One of the most important lessons in receiving criticism is giving it time to sink in. Quick reactions to tough observations can increase anxiety, causing you to overlook any helpful elements populating the critique. In writing groups, editor’s reviews, or other professional situations, this can lead to overreactions or outbursts that won’t advance your writing or your career. When you feel that sting, slow down, take a step back and ask yourself why it hurt and what comment struck the hardest. Oftentimes, it is because something has hit close to home. Specific pieces of advice might suggest things about your work or even your personality that are tough to face, but hard truths are often the ones we need to hear the most. Do your best to not be dismissive in these situations, as difficult as that may be. Sometimes you’ll learn important life lessons, and other times you’ll discover that the reader merely missed the point. That said, if you find that people frequently misunderstand what you are trying to do, you may need to reconfigure your approach. Use the results of past critiques, reviews, and comments to zero in on where you’re losing people and find a way to clarify what you want them to see. The subjective nature of art and perception will ensure that someone, somewhere will certainly receive different signals than you intended to send, but if you have made yourself as clear as possible without insulting the intelligence of your core readers, then you can rest easy.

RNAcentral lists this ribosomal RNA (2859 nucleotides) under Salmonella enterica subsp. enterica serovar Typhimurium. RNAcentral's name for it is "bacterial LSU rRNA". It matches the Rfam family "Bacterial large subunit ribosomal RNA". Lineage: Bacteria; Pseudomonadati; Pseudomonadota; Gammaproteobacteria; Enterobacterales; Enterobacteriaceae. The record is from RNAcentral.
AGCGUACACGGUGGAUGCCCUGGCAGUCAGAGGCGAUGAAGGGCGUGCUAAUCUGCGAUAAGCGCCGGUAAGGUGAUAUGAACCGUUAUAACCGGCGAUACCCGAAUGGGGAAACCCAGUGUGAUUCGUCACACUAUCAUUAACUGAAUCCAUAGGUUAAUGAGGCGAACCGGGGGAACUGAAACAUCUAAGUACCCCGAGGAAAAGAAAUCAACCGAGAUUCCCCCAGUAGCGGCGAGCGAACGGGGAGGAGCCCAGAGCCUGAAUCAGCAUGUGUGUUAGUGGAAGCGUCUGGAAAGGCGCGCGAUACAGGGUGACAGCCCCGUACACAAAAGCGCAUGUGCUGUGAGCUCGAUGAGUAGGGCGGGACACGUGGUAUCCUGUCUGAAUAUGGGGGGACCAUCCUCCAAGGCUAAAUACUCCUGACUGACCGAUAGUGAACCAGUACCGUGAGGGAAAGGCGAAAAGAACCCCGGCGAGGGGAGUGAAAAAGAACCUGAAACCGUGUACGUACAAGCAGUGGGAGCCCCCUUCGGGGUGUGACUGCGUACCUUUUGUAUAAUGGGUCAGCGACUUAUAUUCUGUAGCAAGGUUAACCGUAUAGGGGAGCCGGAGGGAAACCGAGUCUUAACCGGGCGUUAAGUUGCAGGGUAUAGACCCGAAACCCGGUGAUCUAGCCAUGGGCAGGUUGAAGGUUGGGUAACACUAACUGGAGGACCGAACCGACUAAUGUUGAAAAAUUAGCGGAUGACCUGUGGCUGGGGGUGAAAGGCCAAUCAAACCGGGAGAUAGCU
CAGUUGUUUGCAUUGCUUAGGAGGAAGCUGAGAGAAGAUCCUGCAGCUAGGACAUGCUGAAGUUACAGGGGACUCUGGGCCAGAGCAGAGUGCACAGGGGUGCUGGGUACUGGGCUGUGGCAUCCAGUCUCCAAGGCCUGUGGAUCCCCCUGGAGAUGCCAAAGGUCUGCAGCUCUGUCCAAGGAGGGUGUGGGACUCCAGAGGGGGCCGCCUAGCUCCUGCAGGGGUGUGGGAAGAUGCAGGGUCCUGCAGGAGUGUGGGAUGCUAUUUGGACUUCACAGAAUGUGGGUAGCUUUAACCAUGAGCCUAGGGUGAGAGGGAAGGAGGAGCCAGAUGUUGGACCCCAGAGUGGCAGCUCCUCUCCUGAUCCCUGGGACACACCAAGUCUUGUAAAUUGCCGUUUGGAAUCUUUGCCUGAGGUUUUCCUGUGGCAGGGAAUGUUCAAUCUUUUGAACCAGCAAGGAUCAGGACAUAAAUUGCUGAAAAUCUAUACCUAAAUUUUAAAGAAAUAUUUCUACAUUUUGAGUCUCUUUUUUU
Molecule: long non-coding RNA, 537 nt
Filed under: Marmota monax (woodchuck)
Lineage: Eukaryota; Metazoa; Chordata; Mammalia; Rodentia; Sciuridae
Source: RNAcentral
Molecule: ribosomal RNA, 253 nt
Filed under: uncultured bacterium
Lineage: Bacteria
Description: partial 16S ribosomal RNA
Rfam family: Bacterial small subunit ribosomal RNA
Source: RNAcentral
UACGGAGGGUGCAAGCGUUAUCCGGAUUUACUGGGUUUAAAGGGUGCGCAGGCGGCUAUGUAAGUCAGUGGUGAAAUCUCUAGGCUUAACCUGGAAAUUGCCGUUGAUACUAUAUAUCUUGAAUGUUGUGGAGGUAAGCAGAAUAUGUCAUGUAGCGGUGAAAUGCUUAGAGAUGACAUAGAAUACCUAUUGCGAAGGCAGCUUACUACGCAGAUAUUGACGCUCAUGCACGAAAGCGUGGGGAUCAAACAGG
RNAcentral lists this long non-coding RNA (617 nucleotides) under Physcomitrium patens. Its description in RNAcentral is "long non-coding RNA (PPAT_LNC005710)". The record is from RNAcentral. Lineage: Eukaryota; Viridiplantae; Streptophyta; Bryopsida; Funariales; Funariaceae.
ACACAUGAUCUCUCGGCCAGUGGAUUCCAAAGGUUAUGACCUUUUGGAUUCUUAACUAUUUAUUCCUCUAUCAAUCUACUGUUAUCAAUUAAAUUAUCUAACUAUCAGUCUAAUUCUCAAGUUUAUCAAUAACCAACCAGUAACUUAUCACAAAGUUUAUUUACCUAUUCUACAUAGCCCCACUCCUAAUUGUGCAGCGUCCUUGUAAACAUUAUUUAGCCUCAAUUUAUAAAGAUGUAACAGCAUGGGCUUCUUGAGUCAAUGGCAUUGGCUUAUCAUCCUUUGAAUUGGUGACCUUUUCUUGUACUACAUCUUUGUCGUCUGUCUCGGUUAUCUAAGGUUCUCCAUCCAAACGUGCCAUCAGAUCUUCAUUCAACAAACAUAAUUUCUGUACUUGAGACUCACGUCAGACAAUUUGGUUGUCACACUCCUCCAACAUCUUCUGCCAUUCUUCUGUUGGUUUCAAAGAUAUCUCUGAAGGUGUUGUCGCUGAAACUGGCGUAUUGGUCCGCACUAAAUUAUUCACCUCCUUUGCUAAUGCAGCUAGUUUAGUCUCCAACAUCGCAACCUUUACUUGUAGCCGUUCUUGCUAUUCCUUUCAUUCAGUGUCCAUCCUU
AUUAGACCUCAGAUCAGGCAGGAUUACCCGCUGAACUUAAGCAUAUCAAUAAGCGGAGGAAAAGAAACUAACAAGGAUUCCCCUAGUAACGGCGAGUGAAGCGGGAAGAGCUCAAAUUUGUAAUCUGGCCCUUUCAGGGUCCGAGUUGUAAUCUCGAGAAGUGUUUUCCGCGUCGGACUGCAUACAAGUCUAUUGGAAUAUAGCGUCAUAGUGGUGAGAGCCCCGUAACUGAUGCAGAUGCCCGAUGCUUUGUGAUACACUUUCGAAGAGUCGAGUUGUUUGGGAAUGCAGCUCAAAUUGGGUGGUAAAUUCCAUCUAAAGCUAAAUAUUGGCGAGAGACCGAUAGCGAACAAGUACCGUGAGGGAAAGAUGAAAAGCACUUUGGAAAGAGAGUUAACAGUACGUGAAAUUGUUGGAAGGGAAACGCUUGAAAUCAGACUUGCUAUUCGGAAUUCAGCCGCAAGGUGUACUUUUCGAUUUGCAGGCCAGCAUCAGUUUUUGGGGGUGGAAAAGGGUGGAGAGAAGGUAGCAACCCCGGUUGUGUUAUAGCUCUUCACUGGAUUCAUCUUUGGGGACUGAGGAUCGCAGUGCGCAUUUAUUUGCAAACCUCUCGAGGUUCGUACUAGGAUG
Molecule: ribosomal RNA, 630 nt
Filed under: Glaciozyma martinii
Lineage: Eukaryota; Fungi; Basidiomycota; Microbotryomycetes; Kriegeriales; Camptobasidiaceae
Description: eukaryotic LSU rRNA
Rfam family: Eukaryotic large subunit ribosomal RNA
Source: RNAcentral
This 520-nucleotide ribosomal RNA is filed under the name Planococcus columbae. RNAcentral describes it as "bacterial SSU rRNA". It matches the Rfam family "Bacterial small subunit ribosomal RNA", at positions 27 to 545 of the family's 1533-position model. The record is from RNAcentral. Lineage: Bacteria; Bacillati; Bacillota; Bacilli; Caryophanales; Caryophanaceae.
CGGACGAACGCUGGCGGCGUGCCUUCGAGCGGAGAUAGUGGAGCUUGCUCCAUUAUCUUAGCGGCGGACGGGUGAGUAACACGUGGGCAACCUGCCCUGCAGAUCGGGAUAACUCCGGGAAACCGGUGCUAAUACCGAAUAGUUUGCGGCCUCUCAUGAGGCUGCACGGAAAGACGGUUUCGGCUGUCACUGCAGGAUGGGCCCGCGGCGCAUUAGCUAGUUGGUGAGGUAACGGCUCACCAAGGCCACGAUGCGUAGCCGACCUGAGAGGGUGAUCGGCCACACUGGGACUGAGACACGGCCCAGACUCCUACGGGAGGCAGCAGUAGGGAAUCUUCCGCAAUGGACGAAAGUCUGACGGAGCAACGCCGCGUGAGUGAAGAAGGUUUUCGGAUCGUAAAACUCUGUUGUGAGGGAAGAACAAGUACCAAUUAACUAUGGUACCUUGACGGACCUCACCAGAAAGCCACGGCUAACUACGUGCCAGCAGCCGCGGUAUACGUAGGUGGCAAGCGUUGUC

You may not think much of every opinion about your work, but you can learn something from almost any critique. Even a cheap jab can train you to shake off thin attacks and can show you how to more thoughtfully respond if you are asked to chime in on the works of your peers. Take your time, keep an open mind, and prepare to get a bit uncomfortable. Being under the microscope is a stressful endeavor, but the quality of your work is sure to improve if you can allow yourself to see it from new perspectives.